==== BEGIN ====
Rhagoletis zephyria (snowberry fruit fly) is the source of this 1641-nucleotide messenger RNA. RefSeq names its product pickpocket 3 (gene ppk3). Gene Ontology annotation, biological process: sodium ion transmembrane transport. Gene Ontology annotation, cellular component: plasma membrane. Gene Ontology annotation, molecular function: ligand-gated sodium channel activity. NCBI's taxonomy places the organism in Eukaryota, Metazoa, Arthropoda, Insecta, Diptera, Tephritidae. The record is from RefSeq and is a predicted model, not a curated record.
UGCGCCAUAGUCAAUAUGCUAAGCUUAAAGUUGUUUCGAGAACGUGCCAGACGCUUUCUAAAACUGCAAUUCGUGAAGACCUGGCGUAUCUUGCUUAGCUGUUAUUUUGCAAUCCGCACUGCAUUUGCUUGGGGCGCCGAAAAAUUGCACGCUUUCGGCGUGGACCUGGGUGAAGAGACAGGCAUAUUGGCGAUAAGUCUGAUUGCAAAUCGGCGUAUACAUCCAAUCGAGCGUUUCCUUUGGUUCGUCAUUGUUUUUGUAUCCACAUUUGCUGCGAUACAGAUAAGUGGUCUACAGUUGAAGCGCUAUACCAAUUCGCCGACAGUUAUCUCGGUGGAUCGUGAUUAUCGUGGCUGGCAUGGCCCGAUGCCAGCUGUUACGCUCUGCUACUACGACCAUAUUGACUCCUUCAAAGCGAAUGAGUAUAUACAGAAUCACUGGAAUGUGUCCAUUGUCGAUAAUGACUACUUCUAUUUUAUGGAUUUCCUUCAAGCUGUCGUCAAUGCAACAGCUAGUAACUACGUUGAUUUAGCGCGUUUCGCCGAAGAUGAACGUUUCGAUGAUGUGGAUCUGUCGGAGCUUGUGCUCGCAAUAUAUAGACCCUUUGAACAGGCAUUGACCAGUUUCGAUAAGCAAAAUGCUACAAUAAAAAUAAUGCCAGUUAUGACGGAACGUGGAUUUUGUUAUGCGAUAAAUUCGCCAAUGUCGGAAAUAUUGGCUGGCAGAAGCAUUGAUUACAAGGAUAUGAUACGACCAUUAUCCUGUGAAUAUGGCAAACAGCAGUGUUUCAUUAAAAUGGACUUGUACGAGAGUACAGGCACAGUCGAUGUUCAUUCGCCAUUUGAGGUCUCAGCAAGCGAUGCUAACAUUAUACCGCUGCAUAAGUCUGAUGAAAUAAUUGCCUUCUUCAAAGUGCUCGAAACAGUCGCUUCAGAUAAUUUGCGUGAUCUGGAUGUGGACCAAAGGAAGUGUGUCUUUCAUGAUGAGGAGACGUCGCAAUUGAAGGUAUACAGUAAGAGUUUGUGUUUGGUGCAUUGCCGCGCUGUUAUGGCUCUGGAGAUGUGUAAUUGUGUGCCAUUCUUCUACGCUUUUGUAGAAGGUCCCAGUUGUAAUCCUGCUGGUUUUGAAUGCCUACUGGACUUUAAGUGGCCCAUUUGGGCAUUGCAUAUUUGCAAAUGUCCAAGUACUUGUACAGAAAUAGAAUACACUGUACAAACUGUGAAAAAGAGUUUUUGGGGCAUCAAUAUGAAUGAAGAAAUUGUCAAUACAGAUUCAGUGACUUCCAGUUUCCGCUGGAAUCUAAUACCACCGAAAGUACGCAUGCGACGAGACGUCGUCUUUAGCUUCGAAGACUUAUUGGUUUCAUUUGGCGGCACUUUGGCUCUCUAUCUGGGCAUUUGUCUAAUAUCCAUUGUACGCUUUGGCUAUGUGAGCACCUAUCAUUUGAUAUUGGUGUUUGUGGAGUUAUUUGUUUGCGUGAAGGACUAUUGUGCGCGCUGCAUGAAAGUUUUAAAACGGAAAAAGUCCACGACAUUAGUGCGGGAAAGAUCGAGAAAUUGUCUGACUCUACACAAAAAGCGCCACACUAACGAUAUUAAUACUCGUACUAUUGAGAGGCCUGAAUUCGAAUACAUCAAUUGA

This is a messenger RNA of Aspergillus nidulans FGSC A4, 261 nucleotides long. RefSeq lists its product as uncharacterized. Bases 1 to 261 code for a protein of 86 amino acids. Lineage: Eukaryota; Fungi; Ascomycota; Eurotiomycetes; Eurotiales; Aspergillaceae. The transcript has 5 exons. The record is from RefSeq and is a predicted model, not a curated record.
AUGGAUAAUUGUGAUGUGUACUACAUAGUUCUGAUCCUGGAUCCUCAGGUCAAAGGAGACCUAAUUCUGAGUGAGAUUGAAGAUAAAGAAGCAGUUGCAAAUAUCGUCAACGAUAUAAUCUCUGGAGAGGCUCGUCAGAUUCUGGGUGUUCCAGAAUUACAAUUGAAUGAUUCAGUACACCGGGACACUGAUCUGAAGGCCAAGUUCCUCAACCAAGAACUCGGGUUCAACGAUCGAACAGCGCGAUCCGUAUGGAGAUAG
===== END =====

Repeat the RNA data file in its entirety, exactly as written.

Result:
Rhagoletis zephyria (snowberry fruit fly) is the source of this 1641-nucleotide messenger RNA. RefSeq names its product pickpocket 3 (gene ppk3). Gene Ontology annotation, biological process: sodium ion transmembrane transport. Gene Ontology annotation, cellular component: plasma membrane. Gene Ontology annotation, molecular function: ligand-gated sodium channel activity. NCBI's taxonomy places the organism in Eukaryota, Metazoa, Arthropoda, Insecta, Diptera, Tephritidae. The record is from RefSeq and is a predicted model, not a curated record.
UGCGCCAUAGUCAAUAUGCUAAGCUUAAAGUUGUUUCGAGAACGUGCCAGACGCUUUCUAAAACUGCAAUUCGUGAAGACCUGGCGUAUCUUGCUUAGCUGUUAUUUUGCAAUCCGCACUGCAUUUGCUUGGGGCGCCGAAAAAUUGCACGCUUUCGGCGUGGACCUGGGUGAAGAGACAGGCAUAUUGGCGAUAAGUCUGAUUGCAAAUCGGCGUAUACAUCCAAUCGAGCGUUUCCUUUGGUUCGUCAUUGUUUUUGUAUCCACAUUUGCUGCGAUACAGAUAAGUGGUCUACAGUUGAAGCGCUAUACCAAUUCGCCGACAGUUAUCUCGGUGGAUCGUGAUUAUCGUGGCUGGCAUGGCCCGAUGCCAGCUGUUACGCUCUGCUACUACGACCAUAUUGACUCCUUCAAAGCGAAUGAGUAUAUACAGAAUCACUGGAAUGUGUCCAUUGUCGAUAAUGACUACUUCUAUUUUAUGGAUUUCCUUCAAGCUGUCGUCAAUGCAACAGCUAGUAACUACGUUGAUUUAGCGCGUUUCGCCGAAGAUGAACGUUUCGAUGAUGUGGAUCUGUCGGAGCUUGUGCUCGCAAUAUAUAGACCCUUUGAACAGGCAUUGACCAGUUUCGAUAAGCAAAAUGCUACAAUAAAAAUAAUGCCAGUUAUGACGGAACGUGGAUUUUGUUAUGCGAUAAAUUCGCCAAUGUCGGAAAUAUUGGCUGGCAGAAGCAUUGAUUACAAGGAUAUGAUACGACCAUUAUCCUGUGAAUAUGGCAAACAGCAGUGUUUCAUUAAAAUGGACUUGUACGAGAGUACAGGCACAGUCGAUGUUCAUUCGCCAUUUGAGGUCUCAGCAAGCGAUGCUAACAUUAUACCGCUGCAUAAGUCUGAUGAAAUAAUUGCCUUCUUCAAAGUGCUCGAAACAGUCGCUUCAGAUAAUUUGCGUGAUCUGGAUGUGGACCAAAGGAAGUGUGUCUUUCAUGAUGAGGAGACGUCGCAAUUGAAGGUAUACAGUAAGAGUUUGUGUUUGGUGCAUUGCCGCGCUGUUAUGGCUCUGGAGAUGUGUAAUUGUGUGCCAUUCUUCUACGCUUUUGUAGAAGGUCCCAGUUGUAAUCCUGCUGGUUUUGAAUGCCUACUGGACUUUAAGUGGCCCAUUUGGGCAUUGCAUAUUUGCAAAUGUCCAAGUACUUGUACAGAAAUAGAAUACACUGUACAAACUGUGAAAAAGAGUUUUUGGGGCAUCAAUAUGAAUGAAGAAAUUGUCAAUACAGAUUCAGUGACUUCCAGUUUCCGCUGGAAUCUAAUACCACCGAAAGUACGCAUGCGACGAGACGUCGUCUUUAGCUUCGAAGACUUAUUGGUUUCAUUUGGCGGCACUUUGGCUCUCUAUCUGGGCAUUUGUCUAAUAUCCAUUGUACGCUUUGGCUAUGUGAGCACCUAUCAUUUGAUAUUGGUGUUUGUGGAGUUAUUUGUUUGCGUGAAGGACUAUUGUGCGCGCUGCAUGAAAGUUUUAAAACGGAAAAAGUCCACGACAUUAGUGCGGGAAAGAUCGAGAAAUUGUCUGACUCUACACAAAAAGCGCCACACUAACGAUAUUAAUACUCGUACUAUUGAGAGGCCUGAAUUCGAAUACAUCAAUUGA

This is a messenger RNA of Aspergillus nidulans FGSC A4, 261 nucleotides long. RefSeq lists its product as uncharacterized. Bases 1 to 261 code for a protein of 86 amino acids. Lineage: Eukaryota; Fungi; Ascomycota; Eurotiomycetes; Eurotiales; Aspergillaceae. The transcript has 5 exons. The record is from RefSeq and is a predicted model, not a curated record.
AUGGAUAAUUGUGAUGUGUACUACAUAGUUCUGAUCCUGGAUCCUCAGGUCAAAGGAGACCUAAUUCUGAGUGAGAUUGAAGAUAAAGAAGCAGUUGCAAAUAUCGUCAACGAUAUAAUCUCUGGAGAGGCUCGUCAGAUUCUGGGUGUUCCAGAAUUACAAUUGAAUGAUUCAGUACACCGGGACACUGAUCUGAAGGCCAAGUUCCUCAACCAAGAACUCGGGUUCAACGAUCGAACAGCGCGAUCCGUAUGGAGAUAG